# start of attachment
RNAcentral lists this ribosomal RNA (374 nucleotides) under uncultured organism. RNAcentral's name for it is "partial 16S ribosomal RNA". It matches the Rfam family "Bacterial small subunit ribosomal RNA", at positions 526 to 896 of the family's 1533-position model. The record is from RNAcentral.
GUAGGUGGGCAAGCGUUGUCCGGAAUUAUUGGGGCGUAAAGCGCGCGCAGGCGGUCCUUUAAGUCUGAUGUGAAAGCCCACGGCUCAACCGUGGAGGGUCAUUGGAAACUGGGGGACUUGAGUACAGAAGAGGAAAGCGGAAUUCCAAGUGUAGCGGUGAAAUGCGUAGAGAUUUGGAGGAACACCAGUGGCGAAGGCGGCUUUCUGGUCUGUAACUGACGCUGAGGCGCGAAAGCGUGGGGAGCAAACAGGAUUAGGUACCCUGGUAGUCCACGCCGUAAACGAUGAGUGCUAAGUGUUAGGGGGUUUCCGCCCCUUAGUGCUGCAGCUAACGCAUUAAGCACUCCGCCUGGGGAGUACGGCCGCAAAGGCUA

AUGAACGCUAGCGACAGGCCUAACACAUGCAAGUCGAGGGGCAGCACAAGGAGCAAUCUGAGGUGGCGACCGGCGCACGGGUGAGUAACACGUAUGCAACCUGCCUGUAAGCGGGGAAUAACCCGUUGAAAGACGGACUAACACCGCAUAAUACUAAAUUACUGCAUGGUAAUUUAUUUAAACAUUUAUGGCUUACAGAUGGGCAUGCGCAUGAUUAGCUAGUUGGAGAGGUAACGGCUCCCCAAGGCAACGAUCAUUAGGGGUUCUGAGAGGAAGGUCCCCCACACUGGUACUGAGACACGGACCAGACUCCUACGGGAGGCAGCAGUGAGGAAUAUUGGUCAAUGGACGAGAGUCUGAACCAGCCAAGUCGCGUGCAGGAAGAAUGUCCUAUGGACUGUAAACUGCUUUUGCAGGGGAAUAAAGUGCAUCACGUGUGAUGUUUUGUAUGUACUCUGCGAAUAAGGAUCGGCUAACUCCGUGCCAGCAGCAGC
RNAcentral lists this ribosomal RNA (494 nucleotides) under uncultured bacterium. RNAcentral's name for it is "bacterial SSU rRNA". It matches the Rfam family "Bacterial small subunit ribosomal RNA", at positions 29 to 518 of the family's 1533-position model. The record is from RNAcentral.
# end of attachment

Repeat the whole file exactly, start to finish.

RNAcentral lists this ribosomal RNA (374 nucleotides) under uncultured organism. RNAcentral's name for it is "partial 16S ribosomal RNA". It matches the Rfam family "Bacterial small subunit ribosomal RNA", at positions 526 to 896 of the family's 1533-position model. The record is from RNAcentral.
GUAGGUGGGCAAGCGUUGUCCGGAAUUAUUGGGGCGUAAAGCGCGCGCAGGCGGUCCUUUAAGUCUGAUGUGAAAGCCCACGGCUCAACCGUGGAGGGUCAUUGGAAACUGGGGGACUUGAGUACAGAAGAGGAAAGCGGAAUUCCAAGUGUAGCGGUGAAAUGCGUAGAGAUUUGGAGGAACACCAGUGGCGAAGGCGGCUUUCUGGUCUGUAACUGACGCUGAGGCGCGAAAGCGUGGGGAGCAAACAGGAUUAGGUACCCUGGUAGUCCACGCCGUAAACGAUGAGUGCUAAGUGUUAGGGGGUUUCCGCCCCUUAGUGCUGCAGCUAACGCAUUAAGCACUCCGCCUGGGGAGUACGGCCGCAAAGGCUA

AUGAACGCUAGCGACAGGCCUAACACAUGCAAGUCGAGGGGCAGCACAAGGAGCAAUCUGAGGUGGCGACCGGCGCACGGGUGAGUAACACGUAUGCAACCUGCCUGUAAGCGGGGAAUAACCCGUUGAAAGACGGACUAACACCGCAUAAUACUAAAUUACUGCAUGGUAAUUUAUUUAAACAUUUAUGGCUUACAGAUGGGCAUGCGCAUGAUUAGCUAGUUGGAGAGGUAACGGCUCCCCAAGGCAACGAUCAUUAGGGGUUCUGAGAGGAAGGUCCCCCACACUGGUACUGAGACACGGACCAGACUCCUACGGGAGGCAGCAGUGAGGAAUAUUGGUCAAUGGACGAGAGUCUGAACCAGCCAAGUCGCGUGCAGGAAGAAUGUCCUAUGGACUGUAAACUGCUUUUGCAGGGGAAUAAAGUGCAUCACGUGUGAUGUUUUGUAUGUACUCUGCGAAUAAGGAUCGGCUAACUCCGUGCCAGCAGCAGC
RNAcentral lists this ribosomal RNA (494 nucleotides) under uncultured bacterium. RNAcentral's name for it is "bacterial SSU rRNA". It matches the Rfam family "Bacterial small subunit ribosomal RNA", at positions 29 to 518 of the family's 1533-position model. The record is from RNAcentral.